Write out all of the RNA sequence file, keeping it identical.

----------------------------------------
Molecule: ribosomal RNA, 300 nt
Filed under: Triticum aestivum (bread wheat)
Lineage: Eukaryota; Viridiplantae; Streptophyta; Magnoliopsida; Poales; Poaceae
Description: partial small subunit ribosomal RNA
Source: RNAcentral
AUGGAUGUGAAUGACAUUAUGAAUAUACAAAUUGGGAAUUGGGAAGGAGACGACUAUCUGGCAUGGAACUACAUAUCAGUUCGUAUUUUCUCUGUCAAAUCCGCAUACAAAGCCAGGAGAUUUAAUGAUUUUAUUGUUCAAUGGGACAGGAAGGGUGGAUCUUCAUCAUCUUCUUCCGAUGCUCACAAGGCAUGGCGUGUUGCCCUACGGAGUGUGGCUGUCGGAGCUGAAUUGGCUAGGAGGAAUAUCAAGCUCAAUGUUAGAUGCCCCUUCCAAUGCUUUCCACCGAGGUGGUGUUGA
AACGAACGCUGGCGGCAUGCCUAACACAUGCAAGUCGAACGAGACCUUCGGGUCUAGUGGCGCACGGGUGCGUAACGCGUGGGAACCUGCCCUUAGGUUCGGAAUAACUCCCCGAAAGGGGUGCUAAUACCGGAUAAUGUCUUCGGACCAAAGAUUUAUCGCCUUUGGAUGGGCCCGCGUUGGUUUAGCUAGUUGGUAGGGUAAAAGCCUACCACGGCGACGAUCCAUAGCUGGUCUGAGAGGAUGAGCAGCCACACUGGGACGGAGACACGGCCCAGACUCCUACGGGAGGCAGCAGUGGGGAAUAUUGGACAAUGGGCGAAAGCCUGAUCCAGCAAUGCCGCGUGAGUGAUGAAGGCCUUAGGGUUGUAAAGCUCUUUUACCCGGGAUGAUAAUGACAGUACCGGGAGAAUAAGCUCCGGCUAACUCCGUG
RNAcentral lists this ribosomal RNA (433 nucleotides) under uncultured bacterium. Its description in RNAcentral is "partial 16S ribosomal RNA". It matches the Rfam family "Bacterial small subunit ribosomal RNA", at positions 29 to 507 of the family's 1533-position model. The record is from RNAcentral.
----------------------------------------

Molecule: ribosomal RNA, 300 nt
Filed under: Triticum aestivum (bread wheat)
Lineage: Eukaryota; Viridiplantae; Streptophyta; Magnoliopsida; Poales; Poaceae
Description: partial small subunit ribosomal RNA
Source: RNAcentral
AUGGAUGUGAAUGACAUUAUGAAUAUACAAAUUGGGAAUUGGGAAGGAGACGACUAUCUGGCAUGGAACUACAUAUCAGUUCGUAUUUUCUCUGUCAAAUCCGCAUACAAAGCCAGGAGAUUUAAUGAUUUUAUUGUUCAAUGGGACAGGAAGGGUGGAUCUUCAUCAUCUUCUUCCGAUGCUCACAAGGCAUGGCGUGUUGCCCUACGGAGUGUGGCUGUCGGAGCUGAAUUGGCUAGGAGGAAUAUCAAGCUCAAUGUUAGAUGCCCCUUCCAAUGCUUUCCACCGAGGUGGUGUUGA
AACGAACGCUGGCGGCAUGCCUAACACAUGCAAGUCGAACGAGACCUUCGGGUCUAGUGGCGCACGGGUGCGUAACGCGUGGGAACCUGCCCUUAGGUUCGGAAUAACUCCCCGAAAGGGGUGCUAAUACCGGAUAAUGUCUUCGGACCAAAGAUUUAUCGCCUUUGGAUGGGCCCGCGUUGGUUUAGCUAGUUGGUAGGGUAAAAGCCUACCACGGCGACGAUCCAUAGCUGGUCUGAGAGGAUGAGCAGCCACACUGGGACGGAGACACGGCCCAGACUCCUACGGGAGGCAGCAGUGGGGAAUAUUGGACAAUGGGCGAAAGCCUGAUCCAGCAAUGCCGCGUGAGUGAUGAAGGCCUUAGGGUUGUAAAGCUCUUUUACCCGGGAUGAUAAUGACAGUACCGGGAGAAUAAGCUCCGGCUAACUCCGUG
RNAcentral lists this ribosomal RNA (433 nucleotides) under uncultured bacterium. Its description in RNAcentral is "partial 16S ribosomal RNA". It matches the Rfam family "Bacterial small subunit ribosomal RNA", at positions 29 to 507 of the family's 1533-position model. The record is from RNAcentral.